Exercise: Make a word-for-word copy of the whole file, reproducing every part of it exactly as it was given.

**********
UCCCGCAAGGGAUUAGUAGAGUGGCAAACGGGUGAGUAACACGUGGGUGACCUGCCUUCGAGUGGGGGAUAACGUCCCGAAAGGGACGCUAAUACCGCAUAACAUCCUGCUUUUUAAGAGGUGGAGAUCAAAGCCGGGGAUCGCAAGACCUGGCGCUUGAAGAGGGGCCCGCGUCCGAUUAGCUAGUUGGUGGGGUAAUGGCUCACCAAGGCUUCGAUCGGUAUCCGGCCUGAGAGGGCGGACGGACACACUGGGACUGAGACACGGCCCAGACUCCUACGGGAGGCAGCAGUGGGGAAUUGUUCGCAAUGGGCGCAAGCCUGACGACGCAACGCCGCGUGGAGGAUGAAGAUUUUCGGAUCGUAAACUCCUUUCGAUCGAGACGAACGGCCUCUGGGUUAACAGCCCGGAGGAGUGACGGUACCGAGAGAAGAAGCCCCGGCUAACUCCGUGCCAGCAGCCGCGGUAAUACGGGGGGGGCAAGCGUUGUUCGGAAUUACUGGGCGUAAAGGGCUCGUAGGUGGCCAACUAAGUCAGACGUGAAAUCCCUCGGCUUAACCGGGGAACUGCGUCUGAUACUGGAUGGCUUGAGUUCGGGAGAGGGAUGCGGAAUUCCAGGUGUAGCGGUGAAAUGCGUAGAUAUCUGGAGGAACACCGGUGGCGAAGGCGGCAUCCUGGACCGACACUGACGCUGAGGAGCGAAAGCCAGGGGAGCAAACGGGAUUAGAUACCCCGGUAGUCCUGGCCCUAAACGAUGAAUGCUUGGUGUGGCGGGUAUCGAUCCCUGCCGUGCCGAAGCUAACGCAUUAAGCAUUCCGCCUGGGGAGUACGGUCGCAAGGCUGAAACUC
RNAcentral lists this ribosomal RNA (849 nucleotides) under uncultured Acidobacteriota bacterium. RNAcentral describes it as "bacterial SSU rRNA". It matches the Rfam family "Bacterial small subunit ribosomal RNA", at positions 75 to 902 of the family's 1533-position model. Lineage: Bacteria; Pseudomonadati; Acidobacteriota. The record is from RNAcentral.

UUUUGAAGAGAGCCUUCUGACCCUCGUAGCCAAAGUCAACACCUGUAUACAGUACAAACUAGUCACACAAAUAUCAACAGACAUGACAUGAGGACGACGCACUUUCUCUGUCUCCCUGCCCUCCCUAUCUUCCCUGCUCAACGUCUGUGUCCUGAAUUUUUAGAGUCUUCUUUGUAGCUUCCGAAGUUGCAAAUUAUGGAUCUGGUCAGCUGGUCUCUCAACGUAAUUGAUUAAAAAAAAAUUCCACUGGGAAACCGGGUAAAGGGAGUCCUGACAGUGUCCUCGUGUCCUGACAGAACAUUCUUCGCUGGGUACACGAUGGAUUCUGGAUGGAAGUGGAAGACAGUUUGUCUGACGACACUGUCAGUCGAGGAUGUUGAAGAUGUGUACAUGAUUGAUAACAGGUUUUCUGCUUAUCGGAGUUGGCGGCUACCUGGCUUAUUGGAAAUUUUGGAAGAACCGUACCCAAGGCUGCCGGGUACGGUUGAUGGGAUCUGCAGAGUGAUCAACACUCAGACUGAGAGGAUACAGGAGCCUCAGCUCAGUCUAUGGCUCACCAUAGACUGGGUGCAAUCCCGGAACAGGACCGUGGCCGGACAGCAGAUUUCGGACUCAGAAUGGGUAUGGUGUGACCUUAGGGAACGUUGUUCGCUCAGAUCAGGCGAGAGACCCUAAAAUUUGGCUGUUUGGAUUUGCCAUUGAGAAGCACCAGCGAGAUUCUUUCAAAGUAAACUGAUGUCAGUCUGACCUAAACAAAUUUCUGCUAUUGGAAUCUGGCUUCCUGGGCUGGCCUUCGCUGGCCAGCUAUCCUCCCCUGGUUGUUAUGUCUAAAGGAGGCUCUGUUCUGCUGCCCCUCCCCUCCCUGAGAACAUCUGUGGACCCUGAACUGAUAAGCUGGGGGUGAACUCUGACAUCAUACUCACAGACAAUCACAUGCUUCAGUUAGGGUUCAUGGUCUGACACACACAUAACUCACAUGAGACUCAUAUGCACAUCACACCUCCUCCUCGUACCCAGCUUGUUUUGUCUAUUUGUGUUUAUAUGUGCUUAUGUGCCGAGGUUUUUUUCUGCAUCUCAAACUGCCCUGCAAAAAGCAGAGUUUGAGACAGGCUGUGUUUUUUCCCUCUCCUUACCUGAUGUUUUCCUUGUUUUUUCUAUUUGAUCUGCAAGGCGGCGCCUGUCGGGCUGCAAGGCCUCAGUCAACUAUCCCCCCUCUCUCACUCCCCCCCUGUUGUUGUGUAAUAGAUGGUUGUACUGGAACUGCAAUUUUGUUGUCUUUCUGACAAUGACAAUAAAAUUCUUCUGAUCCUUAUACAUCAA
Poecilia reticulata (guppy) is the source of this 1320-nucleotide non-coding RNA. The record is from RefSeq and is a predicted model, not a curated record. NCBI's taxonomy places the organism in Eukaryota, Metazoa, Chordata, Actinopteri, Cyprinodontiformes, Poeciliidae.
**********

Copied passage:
UCCCGCAAGGGAUUAGUAGAGUGGCAAACGGGUGAGUAACACGUGGGUGACCUGCCUUCGAGUGGGGGAUAACGUCCCGAAAGGGACGCUAAUACCGCAUAACAUCCUGCUUUUUAAGAGGUGGAGAUCAAAGCCGGGGAUCGCAAGACCUGGCGCUUGAAGAGGGGCCCGCGUCCGAUUAGCUAGUUGGUGGGGUAAUGGCUCACCAAGGCUUCGAUCGGUAUCCGGCCUGAGAGGGCGGACGGACACACUGGGACUGAGACACGGCCCAGACUCCUACGGGAGGCAGCAGUGGGGAAUUGUUCGCAAUGGGCGCAAGCCUGACGACGCAACGCCGCGUGGAGGAUGAAGAUUUUCGGAUCGUAAACUCCUUUCGAUCGAGACGAACGGCCUCUGGGUUAACAGCCCGGAGGAGUGACGGUACCGAGAGAAGAAGCCCCGGCUAACUCCGUGCCAGCAGCCGCGGUAAUACGGGGGGGGCAAGCGUUGUUCGGAAUUACUGGGCGUAAAGGGCUCGUAGGUGGCCAACUAAGUCAGACGUGAAAUCCCUCGGCUUAACCGGGGAACUGCGUCUGAUACUGGAUGGCUUGAGUUCGGGAGAGGGAUGCGGAAUUCCAGGUGUAGCGGUGAAAUGCGUAGAUAUCUGGAGGAACACCGGUGGCGAAGGCGGCAUCCUGGACCGACACUGACGCUGAGGAGCGAAAGCCAGGGGAGCAAACGGGAUUAGAUACCCCGGUAGUCCUGGCCCUAAACGAUGAAUGCUUGGUGUGGCGGGUAUCGAUCCCUGCCGUGCCGAAGCUAACGCAUUAAGCAUUCCGCCUGGGGAGUACGGUCGCAAGGCUGAAACUC
RNAcentral lists this ribosomal RNA (849 nucleotides) under uncultured Acidobacteriota bacterium. RNAcentral describes it as "bacterial SSU rRNA". It matches the Rfam family "Bacterial small subunit ribosomal RNA", at positions 75 to 902 of the family's 1533-position model. Lineage: Bacteria; Pseudomonadati; Acidobacteriota. The record is from RNAcentral.

UUUUGAAGAGAGCCUUCUGACCCUCGUAGCCAAAGUCAACACCUGUAUACAGUACAAACUAGUCACACAAAUAUCAACAGACAUGACAUGAGGACGACGCACUUUCUCUGUCUCCCUGCCCUCCCUAUCUUCCCUGCUCAACGUCUGUGUCCUGAAUUUUUAGAGUCUUCUUUGUAGCUUCCGAAGUUGCAAAUUAUGGAUCUGGUCAGCUGGUCUCUCAACGUAAUUGAUUAAAAAAAAAUUCCACUGGGAAACCGGGUAAAGGGAGUCCUGACAGUGUCCUCGUGUCCUGACAGAACAUUCUUCGCUGGGUACACGAUGGAUUCUGGAUGGAAGUGGAAGACAGUUUGUCUGACGACACUGUCAGUCGAGGAUGUUGAAGAUGUGUACAUGAUUGAUAACAGGUUUUCUGCUUAUCGGAGUUGGCGGCUACCUGGCUUAUUGGAAAUUUUGGAAGAACCGUACCCAAGGCUGCCGGGUACGGUUGAUGGGAUCUGCAGAGUGAUCAACACUCAGACUGAGAGGAUACAGGAGCCUCAGCUCAGUCUAUGGCUCACCAUAGACUGGGUGCAAUCCCGGAACAGGACCGUGGCCGGACAGCAGAUUUCGGACUCAGAAUGGGUAUGGUGUGACCUUAGGGAACGUUGUUCGCUCAGAUCAGGCGAGAGACCCUAAAAUUUGGCUGUUUGGAUUUGCCAUUGAGAAGCACCAGCGAGAUUCUUUCAAAGUAAACUGAUGUCAGUCUGACCUAAACAAAUUUCUGCUAUUGGAAUCUGGCUUCCUGGGCUGGCCUUCGCUGGCCAGCUAUCCUCCCCUGGUUGUUAUGUCUAAAGGAGGCUCUGUUCUGCUGCCCCUCCCCUCCCUGAGAACAUCUGUGGACCCUGAACUGAUAAGCUGGGGGUGAACUCUGACAUCAUACUCACAGACAAUCACAUGCUUCAGUUAGGGUUCAUGGUCUGACACACACAUAACUCACAUGAGACUCAUAUGCACAUCACACCUCCUCCUCGUACCCAGCUUGUUUUGUCUAUUUGUGUUUAUAUGUGCUUAUGUGCCGAGGUUUUUUUCUGCAUCUCAAACUGCCCUGCAAAAAGCAGAGUUUGAGACAGGCUGUGUUUUUUCCCUCUCCUUACCUGAUGUUUUCCUUGUUUUUUCUAUUUGAUCUGCAAGGCGGCGCCUGUCGGGCUGCAAGGCCUCAGUCAACUAUCCCCCCUCUCUCACUCCCCCCCUGUUGUUGUGUAAUAGAUGGUUGUACUGGAACUGCAAUUUUGUUGUCUUUCUGACAAUGACAAUAAAAUUCUUCUGAUCCUUAUACAUCAA
Poecilia reticulata (guppy) is the source of this 1320-nucleotide non-coding RNA. The record is from RefSeq and is a predicted model, not a curated record. NCBI's taxonomy places the organism in Eukaryota, Metazoa, Chordata, Actinopteri, Cyprinodontiformes, Poeciliidae.